A new computer system designed to weed out criminal repeat offenders will help psychiatrists decide whether to release convicts back into society.
But the software has been criticised for being too rigid amid fears that psychiatrists will become over-reliant on the risk assessment programme when it goes live this month.
The sophisticated programme, called Fotres, processes up to 700 items of information on criminal behaviour and personality to conjure up the probability of someone committing new crimes on a scale of 0-4.
The information includes personality problems, relationship behaviour, the degree of planning involved in crimes, empathy towards victims, sexual predilections, method of crimes, crime motivation and tendency towards aggression.
Other checklist models typically use just 40 items that only focus on the subject's history rather than looking at their current behaviour and measuring changes. Fotres is also the first programme to analyse the modus operandi of criminal activity.
Fotres has been put through its paces for the past five years in Germany and, more recently, at the secure psychiatric unit in Rheinau, near Zurich.
It was designed by Frank Urbaniok, head of the psychiatry and psychology unit at Zurich city's justice department.
Urbaniok told swissinfo that the system will help psychiatrists make better use of information and make them cover all angles before making a decision.
"Fotres collates all the relevant risk assessment information to form a comprehensive profile," he said.
"It's like having another person next to you, forcing you to assess all the information and ask all the relevant questions."
Urbaniok also hopes that Fotres will standardise the process of evaluating the risk of re-offending and act as a central database in Switzerland.
Principles of psychology
But some experts, including Zurich psychiatrist Mario Gmür, fear that Fotres can't be relied upon to make an accurate prediction.
"No machine can foresee the unexpected events in peoples' lives. People always change their behaviour and do unexpected things," Gmür told swissinfo.
"Fotres claims to be able to forecast things than cannot be predicted. It goes against the principles of psychology.
"You can sometimes predict the attitude of a certain group of people, but you can't break it down to individuals. For example, you can say that a group of people are likely to vote in a certain way, but you can't say how individuals will vote."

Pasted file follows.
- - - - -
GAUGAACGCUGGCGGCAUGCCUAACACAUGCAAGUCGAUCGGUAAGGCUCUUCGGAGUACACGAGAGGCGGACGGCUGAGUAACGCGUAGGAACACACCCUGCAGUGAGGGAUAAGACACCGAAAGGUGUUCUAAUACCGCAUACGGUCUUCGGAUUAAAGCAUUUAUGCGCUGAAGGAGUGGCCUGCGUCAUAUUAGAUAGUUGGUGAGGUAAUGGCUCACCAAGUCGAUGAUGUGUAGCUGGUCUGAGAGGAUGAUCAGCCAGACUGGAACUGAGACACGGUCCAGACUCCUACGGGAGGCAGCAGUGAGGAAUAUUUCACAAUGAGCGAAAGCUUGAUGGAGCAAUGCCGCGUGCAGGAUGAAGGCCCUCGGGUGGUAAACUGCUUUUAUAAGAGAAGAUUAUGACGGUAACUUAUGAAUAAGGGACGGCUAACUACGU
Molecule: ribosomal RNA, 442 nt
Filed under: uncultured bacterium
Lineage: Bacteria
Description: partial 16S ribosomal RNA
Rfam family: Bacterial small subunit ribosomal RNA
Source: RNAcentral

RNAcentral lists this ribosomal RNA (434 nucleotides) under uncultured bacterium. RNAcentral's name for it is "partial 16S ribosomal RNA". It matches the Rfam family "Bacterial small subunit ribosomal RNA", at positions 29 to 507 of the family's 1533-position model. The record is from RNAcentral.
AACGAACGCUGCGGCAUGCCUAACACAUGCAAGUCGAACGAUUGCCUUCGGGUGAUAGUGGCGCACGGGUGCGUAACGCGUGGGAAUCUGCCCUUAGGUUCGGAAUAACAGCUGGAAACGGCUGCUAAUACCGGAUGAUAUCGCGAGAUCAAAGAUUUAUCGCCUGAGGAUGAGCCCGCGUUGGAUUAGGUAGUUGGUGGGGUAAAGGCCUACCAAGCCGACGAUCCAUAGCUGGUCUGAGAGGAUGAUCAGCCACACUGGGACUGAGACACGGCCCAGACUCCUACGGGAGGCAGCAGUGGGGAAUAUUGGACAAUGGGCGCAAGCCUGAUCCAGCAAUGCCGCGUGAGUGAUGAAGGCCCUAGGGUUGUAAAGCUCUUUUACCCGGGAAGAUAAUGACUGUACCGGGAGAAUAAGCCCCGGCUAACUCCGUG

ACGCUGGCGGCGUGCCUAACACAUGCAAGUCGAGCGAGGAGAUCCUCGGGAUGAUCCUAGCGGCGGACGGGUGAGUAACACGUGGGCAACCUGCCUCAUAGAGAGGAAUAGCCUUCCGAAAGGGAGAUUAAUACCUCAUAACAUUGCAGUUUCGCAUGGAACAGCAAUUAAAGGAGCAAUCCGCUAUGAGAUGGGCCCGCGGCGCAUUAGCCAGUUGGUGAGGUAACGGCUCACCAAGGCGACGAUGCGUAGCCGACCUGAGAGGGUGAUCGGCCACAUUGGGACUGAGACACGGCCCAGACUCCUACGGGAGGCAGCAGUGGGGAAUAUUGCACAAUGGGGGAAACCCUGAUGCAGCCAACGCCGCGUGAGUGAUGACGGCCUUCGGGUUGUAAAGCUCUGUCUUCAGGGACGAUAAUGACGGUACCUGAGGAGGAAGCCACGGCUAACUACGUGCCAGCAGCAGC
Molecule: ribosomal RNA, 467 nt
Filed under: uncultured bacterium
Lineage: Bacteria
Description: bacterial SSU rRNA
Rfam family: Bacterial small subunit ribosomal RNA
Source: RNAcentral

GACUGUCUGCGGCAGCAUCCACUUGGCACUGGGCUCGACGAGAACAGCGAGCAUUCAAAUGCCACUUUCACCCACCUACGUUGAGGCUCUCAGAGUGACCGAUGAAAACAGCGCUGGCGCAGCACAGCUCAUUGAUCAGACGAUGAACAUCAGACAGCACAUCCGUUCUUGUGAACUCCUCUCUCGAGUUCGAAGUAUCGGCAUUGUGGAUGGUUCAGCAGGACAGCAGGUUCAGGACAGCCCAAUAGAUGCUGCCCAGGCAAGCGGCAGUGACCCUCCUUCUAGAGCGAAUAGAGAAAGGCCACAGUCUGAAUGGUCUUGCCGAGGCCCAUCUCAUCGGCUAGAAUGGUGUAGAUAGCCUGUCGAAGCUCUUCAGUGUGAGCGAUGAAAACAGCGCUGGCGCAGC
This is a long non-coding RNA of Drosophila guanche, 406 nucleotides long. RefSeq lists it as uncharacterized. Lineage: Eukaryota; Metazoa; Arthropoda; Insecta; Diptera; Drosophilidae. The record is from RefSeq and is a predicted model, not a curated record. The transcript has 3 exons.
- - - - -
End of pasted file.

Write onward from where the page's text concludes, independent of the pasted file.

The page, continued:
Urbaniok denied that the computer software would make the final decision, arguing that by giving evaluators more information it will increase their flexibility.
"Fotres cannot replace clinical experience because you need professional skills and gut feelings in order to make a prognosis," he said.
"A computer system does not necessarily make the procedure more rigid. In my experience rigid decisions are made when you don't have enough information in enough detail. That is when you tend to lock people up."
Otto Horbor, who has been testing Fotres in Rheinau, gave the system a cautious thumbs-up.
"It is much more sophisticated than other instruments," he told swissinfo. "The assessment procedure can be improved by this detailed checklist which could help us to make a prognosis of future delinquency.
"Of course it cannot predict changes in circumstances of a person, but we rely on our clinical experience to make the final decision."
swissinfo, Matthew Allen in Zurich
Fotres uses up to 700 items of information about a subject to evaluate the risk of re-offending.
The items include the range of offences committed, use of weapons, how determined the person was in committing the crime, the effect of therapy and honesty during therapy.
The programme rates the risk of repeat offending on a scale of 0-4.